You are here
SINGAPORE DINERS HAVE become so spoilt for choice that it isn’t enough for restaurants just to serve fresh and top quality ingredients, even if they cost a bomb. To satisfy the demand for everything artisanal, one-of-a-kind or just hard-to-find, chefs are going the extra mile to seek out farmers, fishermen and other producers to develop customised ingredients. Here’s a look at their shopping list.
There is wagyu and there is Yonezawa-gyu, the only kind of beef that head chef Kenji Yamanaka will use in his Michelin-starred eatery.
He was already using it for 10 years in Japan, but the trick was to bring it into Singapore. First, he had to convince the farmer to supply it to him and second, sell off the cuts that he doesn’t use. It took seven months for him to get the farmer to agree, and Yonezawa finally arrived in August 2018.
Yonezawa beef rounds up the triumvirate of ‘star’ beef in Japan, along with Kobe and Matsusaka. The breed originates in the Yonezawa region of Yamagata prefecture, and takes 32 months to grow to maturity. The cows are raised on a long-term fattening diet of rice straw
grown in the mineral-rich soil of Yamagata. Only the heifer (animal that has never given birth) is slaughtered as it yields extremely fine-textured meat with the highest level of marbling at A5 (or the Australian equivalent of 12).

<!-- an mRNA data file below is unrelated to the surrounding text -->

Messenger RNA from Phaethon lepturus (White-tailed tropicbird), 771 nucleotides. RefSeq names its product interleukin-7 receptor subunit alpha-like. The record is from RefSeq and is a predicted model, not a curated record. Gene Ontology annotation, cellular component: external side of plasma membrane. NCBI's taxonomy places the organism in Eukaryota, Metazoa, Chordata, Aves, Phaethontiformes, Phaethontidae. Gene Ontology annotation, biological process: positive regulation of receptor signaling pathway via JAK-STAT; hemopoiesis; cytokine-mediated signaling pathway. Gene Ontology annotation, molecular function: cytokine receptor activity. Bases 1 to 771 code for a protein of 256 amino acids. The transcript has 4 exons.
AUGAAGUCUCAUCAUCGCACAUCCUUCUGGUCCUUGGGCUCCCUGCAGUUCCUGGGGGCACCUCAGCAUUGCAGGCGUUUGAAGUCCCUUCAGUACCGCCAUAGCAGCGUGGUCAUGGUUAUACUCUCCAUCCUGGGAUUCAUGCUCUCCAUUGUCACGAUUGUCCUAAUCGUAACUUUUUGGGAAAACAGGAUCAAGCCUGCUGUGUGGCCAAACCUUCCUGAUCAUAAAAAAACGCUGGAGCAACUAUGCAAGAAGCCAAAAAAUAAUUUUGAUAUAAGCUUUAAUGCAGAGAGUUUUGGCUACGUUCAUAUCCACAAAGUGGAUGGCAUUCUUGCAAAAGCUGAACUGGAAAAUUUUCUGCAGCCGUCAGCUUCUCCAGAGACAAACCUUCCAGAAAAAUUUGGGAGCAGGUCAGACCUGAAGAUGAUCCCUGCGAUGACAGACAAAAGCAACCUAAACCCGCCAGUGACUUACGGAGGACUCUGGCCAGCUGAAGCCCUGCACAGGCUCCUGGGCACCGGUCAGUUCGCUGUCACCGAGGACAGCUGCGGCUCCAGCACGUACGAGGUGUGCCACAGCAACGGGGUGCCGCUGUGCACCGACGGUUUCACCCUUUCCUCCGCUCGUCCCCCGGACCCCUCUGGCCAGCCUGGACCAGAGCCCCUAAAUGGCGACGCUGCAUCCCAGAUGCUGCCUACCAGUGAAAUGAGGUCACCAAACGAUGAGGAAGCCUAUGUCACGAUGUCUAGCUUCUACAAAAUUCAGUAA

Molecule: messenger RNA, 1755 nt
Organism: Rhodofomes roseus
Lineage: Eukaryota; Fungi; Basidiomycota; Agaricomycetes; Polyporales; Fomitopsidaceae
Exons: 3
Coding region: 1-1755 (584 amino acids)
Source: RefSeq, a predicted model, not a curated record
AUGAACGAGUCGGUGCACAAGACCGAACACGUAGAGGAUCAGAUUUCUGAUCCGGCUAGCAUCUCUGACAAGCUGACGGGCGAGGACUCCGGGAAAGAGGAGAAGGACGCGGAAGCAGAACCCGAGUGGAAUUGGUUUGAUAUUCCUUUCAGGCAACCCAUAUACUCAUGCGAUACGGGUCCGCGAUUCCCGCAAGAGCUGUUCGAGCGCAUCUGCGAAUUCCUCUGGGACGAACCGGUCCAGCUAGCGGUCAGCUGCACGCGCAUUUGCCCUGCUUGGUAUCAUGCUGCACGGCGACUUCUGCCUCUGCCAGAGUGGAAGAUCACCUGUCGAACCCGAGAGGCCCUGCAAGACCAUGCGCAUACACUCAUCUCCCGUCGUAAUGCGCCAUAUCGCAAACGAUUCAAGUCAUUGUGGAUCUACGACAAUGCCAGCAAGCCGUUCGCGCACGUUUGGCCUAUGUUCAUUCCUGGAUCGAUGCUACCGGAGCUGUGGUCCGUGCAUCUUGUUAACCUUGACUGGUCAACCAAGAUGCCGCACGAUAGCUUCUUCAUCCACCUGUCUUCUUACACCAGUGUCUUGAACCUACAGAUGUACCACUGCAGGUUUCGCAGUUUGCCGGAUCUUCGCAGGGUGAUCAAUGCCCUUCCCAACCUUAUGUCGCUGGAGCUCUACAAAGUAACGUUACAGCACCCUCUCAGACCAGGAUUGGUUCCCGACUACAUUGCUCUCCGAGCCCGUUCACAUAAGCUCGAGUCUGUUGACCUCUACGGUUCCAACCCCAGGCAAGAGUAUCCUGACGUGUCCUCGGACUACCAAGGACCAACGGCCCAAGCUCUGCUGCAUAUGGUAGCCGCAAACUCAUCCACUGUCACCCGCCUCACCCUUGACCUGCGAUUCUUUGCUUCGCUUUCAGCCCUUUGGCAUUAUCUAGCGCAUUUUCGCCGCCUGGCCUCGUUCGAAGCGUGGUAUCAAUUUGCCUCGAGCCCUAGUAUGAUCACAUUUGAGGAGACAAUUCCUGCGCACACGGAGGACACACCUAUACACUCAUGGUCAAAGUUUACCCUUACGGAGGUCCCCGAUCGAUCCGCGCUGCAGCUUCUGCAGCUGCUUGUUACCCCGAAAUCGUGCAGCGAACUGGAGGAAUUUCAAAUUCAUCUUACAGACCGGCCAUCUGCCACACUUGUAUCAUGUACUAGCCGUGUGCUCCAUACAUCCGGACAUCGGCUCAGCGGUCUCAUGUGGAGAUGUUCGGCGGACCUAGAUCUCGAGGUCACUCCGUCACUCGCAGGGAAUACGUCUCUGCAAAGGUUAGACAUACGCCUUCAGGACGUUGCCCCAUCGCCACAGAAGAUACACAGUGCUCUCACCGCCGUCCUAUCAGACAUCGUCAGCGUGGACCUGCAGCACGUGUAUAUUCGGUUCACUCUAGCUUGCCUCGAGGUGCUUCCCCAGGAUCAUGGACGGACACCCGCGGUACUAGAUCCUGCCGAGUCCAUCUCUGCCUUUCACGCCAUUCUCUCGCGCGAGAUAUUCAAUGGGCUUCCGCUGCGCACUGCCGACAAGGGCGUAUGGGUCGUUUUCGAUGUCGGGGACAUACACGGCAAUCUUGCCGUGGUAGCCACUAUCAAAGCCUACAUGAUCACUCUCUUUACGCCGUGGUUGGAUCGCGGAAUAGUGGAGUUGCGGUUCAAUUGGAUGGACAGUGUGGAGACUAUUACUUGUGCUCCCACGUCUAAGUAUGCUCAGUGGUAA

Chef Denis Lucchi hails from the Lake Garda region of northern Italy, an area well known for its olive trees and naturally, where he gets his olive oil from. “It has a pronounced fruity flavour; yet it’s still delicate, unlike most of the olive oils available in Singapore.” He gets a regular supply from his cousin who owns an olive oil farm, and has been serving it for some 10 months already.
“Because of its subtle flavour, we serve it with bread, dishes such as scampi beetroot and pear, or with chocolate ganache in sea salt,’ says the chef.
Chef-owner Kenjiro ‘Hatch’ Hashida chanced upon sudachi lime trees in Kamiyama, Tokushima prefecture, last year, and was hooked on its sour, citrus flavour that’s a cross between yuzu and tachibana orange.Last month, he collaborated with a local farmer to grow the lime to his size specifications of ‘3L’ and ‘6L’, instead of conventional ‘2L’. Besides using it as a palate cleanser, he also used the juice to enhance the flavour of certain sushi. The best time to enjoy these limes, by the way, is in the Japanese harvest time of September.
Fish is the key ingredient in any sushi restaurant and it’s no different for Chef Kazuhiro Hamamoto, who deals directly with fishmongers in Kyushu and Fukuoka, who practise the specialised technique of ikejime.
The prized wild-caught blue tuna he uses is aged for three to four days before shipping to Singapore, a crucial process that “enhances the flavours and retains the freshness”, he says.
“Other chefs have different methods of aging their fish; but the one I use is not commonly practised in Singapore. It leaves a deep taste that is richer, thanks to this process.”
The Michelin-starred restaurant has taken on the mission of achieving an almost complete locavore menu, thanks to chef/owner Han Liguang’s collaborations with local farmers, fishermen and suppliers.